Wednesday, October 09, 2013
The U.S. Department of Agriculture’s (USDA) Food Safety and Inspection Service (FSIS) has issued a public health alert due to concerns that illness caused by strains of a bacteria known as salmonella are associated with raw chicken products produced by Foster Farms at three facilities in California. The products were mainly distributed to retail outlets in California, Oregon, and Washington State. Raw products in question bear one of the establishment numbers inside a USDA mark of inspection or elsewhere on the package:
As of October 7th, a total of 278 persons infected with seven outbreak strains of Salmonella Heidelberg have been reported from 17 states. 42% of ill persons have been hospitalized, which is about twice the expected number with salmonella infections. The outbreak strains are resistant to several commonly prescribed antibiotics. This antibiotic resistance may be associated with an increased risk of hospitalization or possible treatment failure in infected individuals. No deaths have been reported thus far. 77% of ill persons have been reported from California, as shown on the following page.
The outbreak is continuing, and Foster Farms is collaborating with federal and state scientists in the investigation. USDA personnel have continued to work during the federal government shutdown, and 7-8 CDC employees have been called back in to help monitor the situation. Additional actions may be taken based on any new evidence that is discovered.
If you think you may have become ill:
Most persons infected with Salmonella bacteria develop diarrhea, fever, and abdominal cramps 12 to 72 hours after infection. The illness usually lasts 4 to 7 days, and most persons recover without treatment. However, in some persons, the diarrhea may be so severe that the patient needs to be hospitalized. Salmonella infection may spread from the intestines to the bloodstream and then to other body sites and can cause death unless the person is treated promptly with antibiotics. Children younger than 5 years, older adults, and people with weakened immune systems are more likely to have a severe illness from Salmonella infection. Contact your healthcare provider if you think you may have become ill from eating contaminated food.
Advice to consumers:
While it is not unusual for raw poultry from any producer to have Salmonella bacteria, it is uncommon to have multidrug-resistant Salmonella bacteria. Salmonella is known to contaminate poultry flocks in the USA. It is naturally occurring in poultry and can be fully eradicated if raw product is properly handled and fully cooked. Several European countries have succeeded in eradicating it in their flocks through stringent controls, but those controls are considered too costly to implement in the USA.
CDC and USDA-FSIS recommend consumers and retailers follow these food safety tips to prevent Salmonella infection from raw poultry produced by Foster Farms or any other brand:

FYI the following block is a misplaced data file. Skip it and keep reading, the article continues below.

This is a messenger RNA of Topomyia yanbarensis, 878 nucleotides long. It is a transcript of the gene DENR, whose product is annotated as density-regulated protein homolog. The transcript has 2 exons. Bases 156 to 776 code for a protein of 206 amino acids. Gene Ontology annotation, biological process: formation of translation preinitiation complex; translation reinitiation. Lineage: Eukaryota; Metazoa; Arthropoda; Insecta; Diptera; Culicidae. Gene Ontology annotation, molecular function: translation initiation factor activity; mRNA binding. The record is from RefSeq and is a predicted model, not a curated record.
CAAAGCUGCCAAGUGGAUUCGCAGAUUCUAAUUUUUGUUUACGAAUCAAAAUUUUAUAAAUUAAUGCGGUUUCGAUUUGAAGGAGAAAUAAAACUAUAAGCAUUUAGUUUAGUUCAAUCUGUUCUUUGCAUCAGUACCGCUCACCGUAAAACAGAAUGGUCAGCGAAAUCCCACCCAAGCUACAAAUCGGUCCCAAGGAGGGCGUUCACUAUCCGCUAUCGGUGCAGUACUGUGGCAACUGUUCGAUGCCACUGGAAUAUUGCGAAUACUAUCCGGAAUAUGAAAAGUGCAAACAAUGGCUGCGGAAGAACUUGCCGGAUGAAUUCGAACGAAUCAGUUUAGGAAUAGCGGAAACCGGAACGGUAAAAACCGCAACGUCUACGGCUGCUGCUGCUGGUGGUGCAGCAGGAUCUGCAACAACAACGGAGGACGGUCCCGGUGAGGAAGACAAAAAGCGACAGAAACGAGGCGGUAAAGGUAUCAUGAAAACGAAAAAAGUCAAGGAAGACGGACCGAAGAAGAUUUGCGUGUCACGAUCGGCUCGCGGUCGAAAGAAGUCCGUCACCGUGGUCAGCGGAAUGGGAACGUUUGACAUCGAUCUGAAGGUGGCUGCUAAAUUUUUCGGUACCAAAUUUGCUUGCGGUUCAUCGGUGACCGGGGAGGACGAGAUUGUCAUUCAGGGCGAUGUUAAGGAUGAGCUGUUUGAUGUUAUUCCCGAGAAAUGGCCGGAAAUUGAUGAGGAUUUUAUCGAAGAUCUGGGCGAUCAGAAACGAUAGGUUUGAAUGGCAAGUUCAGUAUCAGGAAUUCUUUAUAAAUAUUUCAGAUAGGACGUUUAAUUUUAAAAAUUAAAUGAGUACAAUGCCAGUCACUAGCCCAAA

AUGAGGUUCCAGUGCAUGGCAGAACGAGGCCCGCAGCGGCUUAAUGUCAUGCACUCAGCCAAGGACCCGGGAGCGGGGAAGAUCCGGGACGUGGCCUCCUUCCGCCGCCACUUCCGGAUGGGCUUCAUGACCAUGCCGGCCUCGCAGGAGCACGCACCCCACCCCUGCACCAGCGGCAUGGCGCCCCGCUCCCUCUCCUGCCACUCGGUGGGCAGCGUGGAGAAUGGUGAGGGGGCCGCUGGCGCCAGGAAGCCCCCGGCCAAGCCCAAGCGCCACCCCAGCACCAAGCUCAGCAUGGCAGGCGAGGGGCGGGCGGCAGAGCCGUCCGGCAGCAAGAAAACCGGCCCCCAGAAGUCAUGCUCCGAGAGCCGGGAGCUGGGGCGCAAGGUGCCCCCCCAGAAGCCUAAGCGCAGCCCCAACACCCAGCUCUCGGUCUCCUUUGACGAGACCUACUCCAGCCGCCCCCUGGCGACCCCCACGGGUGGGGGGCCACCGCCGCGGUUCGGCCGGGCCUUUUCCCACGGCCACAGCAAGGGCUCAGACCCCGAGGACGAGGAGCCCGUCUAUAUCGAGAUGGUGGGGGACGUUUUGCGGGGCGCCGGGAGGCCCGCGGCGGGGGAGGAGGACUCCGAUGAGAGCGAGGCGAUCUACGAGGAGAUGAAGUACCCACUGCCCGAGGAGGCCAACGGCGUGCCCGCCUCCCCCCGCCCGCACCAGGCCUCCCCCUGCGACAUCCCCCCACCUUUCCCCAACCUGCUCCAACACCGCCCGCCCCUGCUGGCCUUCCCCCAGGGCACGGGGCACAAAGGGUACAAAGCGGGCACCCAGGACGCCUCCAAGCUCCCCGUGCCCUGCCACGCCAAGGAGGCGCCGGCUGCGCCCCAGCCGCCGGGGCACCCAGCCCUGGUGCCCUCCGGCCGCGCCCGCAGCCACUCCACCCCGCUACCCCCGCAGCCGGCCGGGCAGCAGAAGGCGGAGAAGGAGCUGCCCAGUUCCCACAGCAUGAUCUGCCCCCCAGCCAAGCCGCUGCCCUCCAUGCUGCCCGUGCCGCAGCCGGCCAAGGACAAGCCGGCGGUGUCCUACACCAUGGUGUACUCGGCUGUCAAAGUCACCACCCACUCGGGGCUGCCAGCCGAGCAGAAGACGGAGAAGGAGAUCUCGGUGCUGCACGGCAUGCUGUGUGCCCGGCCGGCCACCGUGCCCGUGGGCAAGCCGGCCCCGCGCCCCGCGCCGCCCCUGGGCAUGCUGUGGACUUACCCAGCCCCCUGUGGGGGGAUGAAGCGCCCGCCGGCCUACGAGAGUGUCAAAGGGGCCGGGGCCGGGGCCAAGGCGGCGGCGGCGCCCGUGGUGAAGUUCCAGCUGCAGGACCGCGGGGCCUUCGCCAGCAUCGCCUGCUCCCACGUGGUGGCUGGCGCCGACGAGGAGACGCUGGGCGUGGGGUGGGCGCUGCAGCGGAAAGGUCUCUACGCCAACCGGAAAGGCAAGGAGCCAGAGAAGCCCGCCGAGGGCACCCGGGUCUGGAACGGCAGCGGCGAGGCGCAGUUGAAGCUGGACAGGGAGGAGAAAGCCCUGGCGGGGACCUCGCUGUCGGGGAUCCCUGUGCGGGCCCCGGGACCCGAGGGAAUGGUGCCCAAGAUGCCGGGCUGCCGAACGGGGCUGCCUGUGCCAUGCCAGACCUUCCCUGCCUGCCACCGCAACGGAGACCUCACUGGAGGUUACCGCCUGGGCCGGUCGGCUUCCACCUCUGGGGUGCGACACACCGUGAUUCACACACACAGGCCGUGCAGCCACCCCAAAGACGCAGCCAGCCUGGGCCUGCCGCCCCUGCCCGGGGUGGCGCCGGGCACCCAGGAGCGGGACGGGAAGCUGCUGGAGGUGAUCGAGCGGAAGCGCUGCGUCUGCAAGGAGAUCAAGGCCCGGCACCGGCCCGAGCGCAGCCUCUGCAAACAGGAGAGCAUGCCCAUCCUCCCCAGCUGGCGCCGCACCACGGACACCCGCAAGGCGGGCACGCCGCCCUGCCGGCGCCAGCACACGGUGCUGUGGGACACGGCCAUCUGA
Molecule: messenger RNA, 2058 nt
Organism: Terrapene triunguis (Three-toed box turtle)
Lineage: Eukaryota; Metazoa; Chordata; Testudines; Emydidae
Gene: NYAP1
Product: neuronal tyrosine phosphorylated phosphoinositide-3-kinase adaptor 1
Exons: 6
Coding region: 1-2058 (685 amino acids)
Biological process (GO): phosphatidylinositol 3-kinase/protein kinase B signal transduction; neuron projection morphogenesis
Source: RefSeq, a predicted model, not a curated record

Wash hands with warm soapy water for 20 seconds before and after handling raw meat, poultry or seafood.
Wash utensils, cutting boards, dishes, and countertops with hot soapy water after preparing each food item and before you go on to prepare the next item.
Food contact surfaces may be sanitized with a freshly made solution of 1 tablespoon of unscented, liquid chlorine bleach in 1 gallon of water.
Separate raw meat, poultry, and seafood from other foods in your grocery shopping cart and in your refrigerator.
If possible, use one cutting board for fresh produce and a separate one for raw meat, poultry, and seafood.
Never place cooked food on a plate that previously held raw meat, poultry, or seafood.
Cook poultry to a safe minimum internal temperature of 165°F as measured with a food thermometer.
Retailers should hold cooked poultry to a safe minimum internal temperature of 165°F or higher as measured with a food thermometer.
Chill food promptly and properly. Refrigerate or freeze perishables, prepared foods, and leftovers within 2 hours (or 1 hour if temperatures are above 90°F).
Note: While cooking instructions may give a specific number of minutes of cooking for each side of the product in order to attain 165 degrees F internal temperature, consumers should be aware that actual time may vary depending on the cooking method (broiling, frying, or grilling), the altitude, and the temperature of the product (chilled versus frozen). It is important that the final temperature of 165 degrees F be reached for safety. Please do not rely on the cooking time for each side of the product, but use a food thermometer, which is the only way to know that food has reached a high enough temperature to destroy foodborne bacteria.
Consumers with food safety questions can "Ask Karen," the FSIS virtual representative available 24 hours a day at AskKaren.gov. The toll-free USDA Meat and Poultry Hotline 1-888-MPHotline (1-888-674-6854) is available in English and Spanish and can be reached from l0 a.m. to 4 p.m. (Eastern Time) Monday through Friday. Recorded food safety messages are available 24 hours a day.
It is likely that more specific information on this fairly large outbreak will be delayed due to the current political stalemate in Washington, which has affected, and will continue to affect, surveillance of outbreaks of disease.
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